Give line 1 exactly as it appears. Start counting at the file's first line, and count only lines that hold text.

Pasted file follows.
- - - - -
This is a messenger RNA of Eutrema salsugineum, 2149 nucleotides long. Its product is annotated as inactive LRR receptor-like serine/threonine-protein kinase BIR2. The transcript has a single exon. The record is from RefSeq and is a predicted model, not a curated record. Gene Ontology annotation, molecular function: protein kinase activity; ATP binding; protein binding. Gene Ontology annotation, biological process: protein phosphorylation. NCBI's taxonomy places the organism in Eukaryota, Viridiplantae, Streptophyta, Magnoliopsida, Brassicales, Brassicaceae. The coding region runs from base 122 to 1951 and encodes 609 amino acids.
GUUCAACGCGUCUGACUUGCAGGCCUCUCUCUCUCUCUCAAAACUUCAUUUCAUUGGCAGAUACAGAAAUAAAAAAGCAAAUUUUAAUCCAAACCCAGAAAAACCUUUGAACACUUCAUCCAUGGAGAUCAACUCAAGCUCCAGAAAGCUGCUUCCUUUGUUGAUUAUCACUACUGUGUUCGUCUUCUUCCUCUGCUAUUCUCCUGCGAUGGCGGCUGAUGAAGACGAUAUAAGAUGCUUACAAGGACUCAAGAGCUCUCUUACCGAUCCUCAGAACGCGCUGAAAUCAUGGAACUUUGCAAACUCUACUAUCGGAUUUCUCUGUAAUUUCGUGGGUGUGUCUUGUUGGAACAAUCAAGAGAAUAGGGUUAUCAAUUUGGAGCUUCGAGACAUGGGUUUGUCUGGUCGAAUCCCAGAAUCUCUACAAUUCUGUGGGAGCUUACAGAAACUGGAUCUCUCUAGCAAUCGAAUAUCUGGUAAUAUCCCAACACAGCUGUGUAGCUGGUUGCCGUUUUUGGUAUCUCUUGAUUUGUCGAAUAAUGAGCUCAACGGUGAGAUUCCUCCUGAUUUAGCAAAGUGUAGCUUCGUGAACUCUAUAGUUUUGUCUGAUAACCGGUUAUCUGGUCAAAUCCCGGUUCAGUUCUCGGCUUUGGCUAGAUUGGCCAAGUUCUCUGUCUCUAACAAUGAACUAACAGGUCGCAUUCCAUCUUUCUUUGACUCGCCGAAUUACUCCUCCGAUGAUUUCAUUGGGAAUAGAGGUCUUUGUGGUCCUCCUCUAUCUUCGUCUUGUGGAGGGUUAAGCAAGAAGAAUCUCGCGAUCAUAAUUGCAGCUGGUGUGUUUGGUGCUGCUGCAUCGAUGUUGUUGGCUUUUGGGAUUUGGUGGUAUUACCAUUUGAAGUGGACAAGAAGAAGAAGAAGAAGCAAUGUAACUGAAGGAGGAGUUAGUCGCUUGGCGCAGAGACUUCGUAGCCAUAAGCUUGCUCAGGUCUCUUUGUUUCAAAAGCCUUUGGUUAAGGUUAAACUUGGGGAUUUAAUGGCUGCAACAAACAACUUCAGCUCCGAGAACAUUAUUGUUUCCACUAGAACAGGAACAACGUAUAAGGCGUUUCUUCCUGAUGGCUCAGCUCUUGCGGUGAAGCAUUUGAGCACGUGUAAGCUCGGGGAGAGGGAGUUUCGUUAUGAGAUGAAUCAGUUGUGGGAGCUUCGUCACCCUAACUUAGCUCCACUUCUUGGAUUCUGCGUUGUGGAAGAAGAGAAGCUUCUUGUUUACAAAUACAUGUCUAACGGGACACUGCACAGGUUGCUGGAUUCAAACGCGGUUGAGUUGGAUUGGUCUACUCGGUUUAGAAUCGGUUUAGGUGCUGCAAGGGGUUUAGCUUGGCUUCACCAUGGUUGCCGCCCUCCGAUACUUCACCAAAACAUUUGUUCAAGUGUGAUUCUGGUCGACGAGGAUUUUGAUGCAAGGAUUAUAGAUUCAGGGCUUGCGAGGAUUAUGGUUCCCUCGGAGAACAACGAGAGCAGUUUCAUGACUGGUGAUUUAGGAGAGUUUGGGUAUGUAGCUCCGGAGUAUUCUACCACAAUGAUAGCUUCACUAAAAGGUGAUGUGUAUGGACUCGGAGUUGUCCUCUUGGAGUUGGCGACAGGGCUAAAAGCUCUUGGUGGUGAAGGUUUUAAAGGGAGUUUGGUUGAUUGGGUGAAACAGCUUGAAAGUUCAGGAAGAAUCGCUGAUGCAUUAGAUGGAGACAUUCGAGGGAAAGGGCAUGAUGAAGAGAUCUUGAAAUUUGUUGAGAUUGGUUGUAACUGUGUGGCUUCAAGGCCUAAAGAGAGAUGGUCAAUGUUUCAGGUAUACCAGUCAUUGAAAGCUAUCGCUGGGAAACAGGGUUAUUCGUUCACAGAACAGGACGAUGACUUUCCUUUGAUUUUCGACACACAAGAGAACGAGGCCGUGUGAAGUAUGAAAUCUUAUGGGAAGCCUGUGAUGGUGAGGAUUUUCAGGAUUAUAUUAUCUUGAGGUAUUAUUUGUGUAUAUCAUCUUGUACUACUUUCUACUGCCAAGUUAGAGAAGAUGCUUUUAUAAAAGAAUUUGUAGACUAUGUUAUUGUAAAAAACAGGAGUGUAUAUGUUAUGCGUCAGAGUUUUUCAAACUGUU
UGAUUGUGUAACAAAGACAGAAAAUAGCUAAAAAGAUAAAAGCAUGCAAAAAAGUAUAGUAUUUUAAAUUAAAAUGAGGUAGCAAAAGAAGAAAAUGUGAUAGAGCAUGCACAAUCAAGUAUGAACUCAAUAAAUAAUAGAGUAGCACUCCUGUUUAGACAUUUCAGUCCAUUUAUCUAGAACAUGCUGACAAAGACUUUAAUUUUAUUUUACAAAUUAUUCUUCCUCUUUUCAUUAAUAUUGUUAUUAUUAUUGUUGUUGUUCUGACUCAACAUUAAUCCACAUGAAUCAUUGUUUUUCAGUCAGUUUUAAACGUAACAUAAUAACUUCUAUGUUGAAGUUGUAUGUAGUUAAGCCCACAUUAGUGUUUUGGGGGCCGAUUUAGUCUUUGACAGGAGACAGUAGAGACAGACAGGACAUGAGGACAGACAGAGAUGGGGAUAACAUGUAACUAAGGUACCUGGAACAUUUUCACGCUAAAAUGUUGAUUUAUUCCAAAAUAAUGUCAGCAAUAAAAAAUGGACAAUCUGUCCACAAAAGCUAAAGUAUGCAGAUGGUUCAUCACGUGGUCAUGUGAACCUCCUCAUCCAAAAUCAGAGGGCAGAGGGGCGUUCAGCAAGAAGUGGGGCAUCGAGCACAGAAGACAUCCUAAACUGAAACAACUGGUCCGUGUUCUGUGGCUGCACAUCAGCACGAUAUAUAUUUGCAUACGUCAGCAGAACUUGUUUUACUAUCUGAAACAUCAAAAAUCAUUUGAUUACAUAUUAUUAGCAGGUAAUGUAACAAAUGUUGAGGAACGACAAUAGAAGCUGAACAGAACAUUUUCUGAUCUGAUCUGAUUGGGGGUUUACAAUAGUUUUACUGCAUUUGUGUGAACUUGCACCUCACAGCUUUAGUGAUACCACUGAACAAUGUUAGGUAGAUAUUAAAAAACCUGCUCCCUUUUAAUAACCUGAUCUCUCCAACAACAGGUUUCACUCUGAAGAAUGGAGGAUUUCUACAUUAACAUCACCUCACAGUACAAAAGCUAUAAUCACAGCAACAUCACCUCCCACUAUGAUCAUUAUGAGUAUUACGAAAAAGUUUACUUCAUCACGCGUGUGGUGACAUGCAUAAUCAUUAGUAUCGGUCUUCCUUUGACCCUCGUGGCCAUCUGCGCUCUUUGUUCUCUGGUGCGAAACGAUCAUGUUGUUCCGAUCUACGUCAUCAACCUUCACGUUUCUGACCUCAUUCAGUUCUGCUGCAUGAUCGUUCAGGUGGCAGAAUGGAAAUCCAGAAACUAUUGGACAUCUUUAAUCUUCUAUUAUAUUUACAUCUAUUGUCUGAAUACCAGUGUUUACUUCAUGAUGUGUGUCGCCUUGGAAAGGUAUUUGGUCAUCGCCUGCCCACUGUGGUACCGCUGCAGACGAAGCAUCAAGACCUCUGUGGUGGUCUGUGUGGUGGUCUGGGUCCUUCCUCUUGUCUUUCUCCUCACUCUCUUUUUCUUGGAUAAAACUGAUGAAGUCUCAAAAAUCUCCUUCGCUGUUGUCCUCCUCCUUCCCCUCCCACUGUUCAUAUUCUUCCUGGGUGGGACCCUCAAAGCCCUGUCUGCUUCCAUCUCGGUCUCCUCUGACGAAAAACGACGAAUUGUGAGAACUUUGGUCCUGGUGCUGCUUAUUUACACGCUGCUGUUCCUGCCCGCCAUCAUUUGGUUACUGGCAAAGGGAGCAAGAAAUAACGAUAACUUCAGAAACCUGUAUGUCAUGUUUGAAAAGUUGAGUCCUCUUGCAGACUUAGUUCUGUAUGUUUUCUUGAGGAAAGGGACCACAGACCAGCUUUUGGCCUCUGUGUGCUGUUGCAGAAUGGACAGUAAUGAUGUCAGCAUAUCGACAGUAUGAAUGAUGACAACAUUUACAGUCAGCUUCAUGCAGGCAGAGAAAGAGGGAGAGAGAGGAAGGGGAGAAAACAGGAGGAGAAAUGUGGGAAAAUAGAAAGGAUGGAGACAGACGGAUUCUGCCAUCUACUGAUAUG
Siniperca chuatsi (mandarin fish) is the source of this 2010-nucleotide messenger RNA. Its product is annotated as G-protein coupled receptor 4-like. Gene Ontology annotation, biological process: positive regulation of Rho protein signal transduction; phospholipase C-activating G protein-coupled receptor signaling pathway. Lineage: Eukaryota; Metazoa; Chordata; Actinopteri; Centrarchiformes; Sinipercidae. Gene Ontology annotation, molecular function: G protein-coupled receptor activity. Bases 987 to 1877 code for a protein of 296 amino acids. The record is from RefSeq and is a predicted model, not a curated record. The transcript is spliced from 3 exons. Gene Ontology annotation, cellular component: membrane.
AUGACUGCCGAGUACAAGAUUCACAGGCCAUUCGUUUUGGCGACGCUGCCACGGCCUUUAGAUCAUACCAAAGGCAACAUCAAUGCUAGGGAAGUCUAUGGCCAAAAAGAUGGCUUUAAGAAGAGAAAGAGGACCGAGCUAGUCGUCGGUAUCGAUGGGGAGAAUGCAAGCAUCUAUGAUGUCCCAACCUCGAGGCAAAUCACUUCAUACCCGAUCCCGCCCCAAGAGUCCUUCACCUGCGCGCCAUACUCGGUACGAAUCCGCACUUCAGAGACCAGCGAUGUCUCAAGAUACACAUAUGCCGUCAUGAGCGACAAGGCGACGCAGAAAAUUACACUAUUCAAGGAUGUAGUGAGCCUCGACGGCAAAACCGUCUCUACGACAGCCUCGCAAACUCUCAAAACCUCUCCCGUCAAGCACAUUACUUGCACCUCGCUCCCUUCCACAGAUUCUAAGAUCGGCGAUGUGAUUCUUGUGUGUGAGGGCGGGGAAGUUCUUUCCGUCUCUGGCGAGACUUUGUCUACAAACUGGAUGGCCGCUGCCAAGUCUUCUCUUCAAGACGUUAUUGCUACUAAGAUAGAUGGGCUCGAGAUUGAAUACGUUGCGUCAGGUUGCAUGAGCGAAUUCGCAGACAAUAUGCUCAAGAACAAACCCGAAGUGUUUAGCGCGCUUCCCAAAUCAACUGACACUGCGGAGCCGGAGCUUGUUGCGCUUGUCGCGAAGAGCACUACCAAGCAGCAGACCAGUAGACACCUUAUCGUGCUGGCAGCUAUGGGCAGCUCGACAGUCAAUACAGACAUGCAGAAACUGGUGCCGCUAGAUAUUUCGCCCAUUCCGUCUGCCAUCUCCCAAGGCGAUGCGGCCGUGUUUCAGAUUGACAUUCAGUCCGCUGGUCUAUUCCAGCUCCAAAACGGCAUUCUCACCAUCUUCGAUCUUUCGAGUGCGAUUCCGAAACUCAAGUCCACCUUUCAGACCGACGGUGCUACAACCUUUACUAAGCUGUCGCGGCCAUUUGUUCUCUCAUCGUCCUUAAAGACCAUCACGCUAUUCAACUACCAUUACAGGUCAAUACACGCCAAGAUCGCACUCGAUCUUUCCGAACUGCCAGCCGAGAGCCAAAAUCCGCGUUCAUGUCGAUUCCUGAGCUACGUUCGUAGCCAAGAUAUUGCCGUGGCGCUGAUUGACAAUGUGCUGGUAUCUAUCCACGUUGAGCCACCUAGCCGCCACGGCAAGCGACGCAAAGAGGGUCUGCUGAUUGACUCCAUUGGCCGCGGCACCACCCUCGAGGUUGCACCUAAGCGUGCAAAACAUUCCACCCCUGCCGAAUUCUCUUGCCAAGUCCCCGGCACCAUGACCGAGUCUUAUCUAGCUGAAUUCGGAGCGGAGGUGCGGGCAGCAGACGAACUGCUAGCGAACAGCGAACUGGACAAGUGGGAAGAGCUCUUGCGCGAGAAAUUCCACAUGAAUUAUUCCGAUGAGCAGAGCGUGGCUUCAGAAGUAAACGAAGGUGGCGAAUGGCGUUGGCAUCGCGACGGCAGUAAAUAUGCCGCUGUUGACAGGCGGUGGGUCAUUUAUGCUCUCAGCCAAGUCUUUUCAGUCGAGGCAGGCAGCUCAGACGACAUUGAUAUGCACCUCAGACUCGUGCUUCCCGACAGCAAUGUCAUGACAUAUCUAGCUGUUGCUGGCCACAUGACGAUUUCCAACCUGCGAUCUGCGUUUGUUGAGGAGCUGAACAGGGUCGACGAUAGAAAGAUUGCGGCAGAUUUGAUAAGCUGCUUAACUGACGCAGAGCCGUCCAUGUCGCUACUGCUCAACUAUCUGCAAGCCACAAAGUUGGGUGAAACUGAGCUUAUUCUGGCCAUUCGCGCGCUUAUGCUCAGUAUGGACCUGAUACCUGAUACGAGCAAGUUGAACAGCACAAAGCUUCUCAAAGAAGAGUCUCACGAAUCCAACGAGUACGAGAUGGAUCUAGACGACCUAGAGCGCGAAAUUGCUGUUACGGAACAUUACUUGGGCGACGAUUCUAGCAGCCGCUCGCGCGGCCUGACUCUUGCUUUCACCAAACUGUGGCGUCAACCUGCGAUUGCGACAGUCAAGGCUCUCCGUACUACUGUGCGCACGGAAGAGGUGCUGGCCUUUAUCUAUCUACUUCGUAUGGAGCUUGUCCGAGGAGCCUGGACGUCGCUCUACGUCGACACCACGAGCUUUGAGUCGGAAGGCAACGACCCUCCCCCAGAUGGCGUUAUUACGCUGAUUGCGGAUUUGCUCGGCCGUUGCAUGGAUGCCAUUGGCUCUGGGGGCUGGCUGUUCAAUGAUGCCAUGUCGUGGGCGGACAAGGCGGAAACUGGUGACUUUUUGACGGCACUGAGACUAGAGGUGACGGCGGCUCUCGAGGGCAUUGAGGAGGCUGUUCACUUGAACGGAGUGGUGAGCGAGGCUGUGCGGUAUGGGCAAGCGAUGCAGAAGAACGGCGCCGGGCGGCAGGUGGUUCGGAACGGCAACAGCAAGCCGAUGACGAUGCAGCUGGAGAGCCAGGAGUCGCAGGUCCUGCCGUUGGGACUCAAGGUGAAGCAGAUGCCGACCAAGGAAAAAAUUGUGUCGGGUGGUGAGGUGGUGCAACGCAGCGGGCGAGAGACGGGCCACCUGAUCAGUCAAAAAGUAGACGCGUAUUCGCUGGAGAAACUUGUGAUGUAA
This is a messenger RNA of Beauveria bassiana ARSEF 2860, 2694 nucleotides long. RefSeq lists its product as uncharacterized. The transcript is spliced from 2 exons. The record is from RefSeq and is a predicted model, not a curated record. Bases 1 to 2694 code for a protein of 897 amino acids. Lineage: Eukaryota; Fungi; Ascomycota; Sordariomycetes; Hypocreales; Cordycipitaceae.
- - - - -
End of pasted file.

This is a messenger RNA of Eutrema salsugineum, 2149 nucleotides long. Its product is annotated as inactive LRR receptor-like serine/threonine-protein kinase BIR2. The transcript has a single exon. The record is from RefSeq and is a predicted model, not a curated record. Gene Ontology annotation, molecular function: protein kinase activity; ATP binding; protein binding. Gene Ontology annotation, biological process: protein phosphorylation. NCBI's taxonomy places the organism in Eukaryota, Viridiplantae, Streptophyta, Magnoliopsida, Brassicales, Brassicaceae. The coding region runs from base 122 to 1951 and encodes 609 amino acids.